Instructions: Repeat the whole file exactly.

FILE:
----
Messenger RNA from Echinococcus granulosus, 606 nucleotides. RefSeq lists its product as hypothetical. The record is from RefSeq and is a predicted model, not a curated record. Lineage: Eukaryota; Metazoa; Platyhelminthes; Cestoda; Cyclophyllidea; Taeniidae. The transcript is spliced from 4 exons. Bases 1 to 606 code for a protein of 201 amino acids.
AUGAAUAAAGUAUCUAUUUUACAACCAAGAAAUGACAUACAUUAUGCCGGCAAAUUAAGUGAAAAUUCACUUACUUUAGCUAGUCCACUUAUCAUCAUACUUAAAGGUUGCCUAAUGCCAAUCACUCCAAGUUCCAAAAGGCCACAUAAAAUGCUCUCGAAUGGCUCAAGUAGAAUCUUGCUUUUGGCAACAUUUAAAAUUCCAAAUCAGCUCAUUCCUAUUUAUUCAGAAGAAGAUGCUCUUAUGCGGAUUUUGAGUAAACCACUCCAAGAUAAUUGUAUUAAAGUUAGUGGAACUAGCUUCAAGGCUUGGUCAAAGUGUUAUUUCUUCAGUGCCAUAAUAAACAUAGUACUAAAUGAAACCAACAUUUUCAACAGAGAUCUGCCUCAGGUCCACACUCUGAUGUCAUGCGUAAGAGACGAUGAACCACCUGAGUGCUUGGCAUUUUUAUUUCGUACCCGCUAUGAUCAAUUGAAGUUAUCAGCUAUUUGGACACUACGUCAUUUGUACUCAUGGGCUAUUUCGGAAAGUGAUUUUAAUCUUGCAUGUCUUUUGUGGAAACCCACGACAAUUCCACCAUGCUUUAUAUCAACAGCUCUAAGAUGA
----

Messenger RNA from Echinococcus granulosus, 606 nucleotides. RefSeq lists its product as hypothetical. The record is from RefSeq and is a predicted model, not a curated record. Lineage: Eukaryota; Metazoa; Platyhelminthes; Cestoda; Cyclophyllidea; Taeniidae. The transcript is spliced from 4 exons. Bases 1 to 606 code for a protein of 201 amino acids.
AUGAAUAAAGUAUCUAUUUUACAACCAAGAAAUGACAUACAUUAUGCCGGCAAAUUAAGUGAAAAUUCACUUACUUUAGCUAGUCCACUUAUCAUCAUACUUAAAGGUUGCCUAAUGCCAAUCACUCCAAGUUCCAAAAGGCCACAUAAAAUGCUCUCGAAUGGCUCAAGUAGAAUCUUGCUUUUGGCAACAUUUAAAAUUCCAAAUCAGCUCAUUCCUAUUUAUUCAGAAGAAGAUGCUCUUAUGCGGAUUUUGAGUAAACCACUCCAAGAUAAUUGUAUUAAAGUUAGUGGAACUAGCUUCAAGGCUUGGUCAAAGUGUUAUUUCUUCAGUGCCAUAAUAAACAUAGUACUAAAUGAAACCAACAUUUUCAACAGAGAUCUGCCUCAGGUCCACACUCUGAUGUCAUGCGUAAGAGACGAUGAACCACCUGAGUGCUUGGCAUUUUUAUUUCGUACCCGCUAUGAUCAAUUGAAGUUAUCAGCUAUUUGGACACUACGUCAUUUGUACUCAUGGGCUAUUUCGGAAAGUGAUUUUAAUCUUGCAUGUCUUUUGUGGAAACCCACGACAAUUCCACCAUGCUUUAUAUCAACAGCUCUAAGAUGA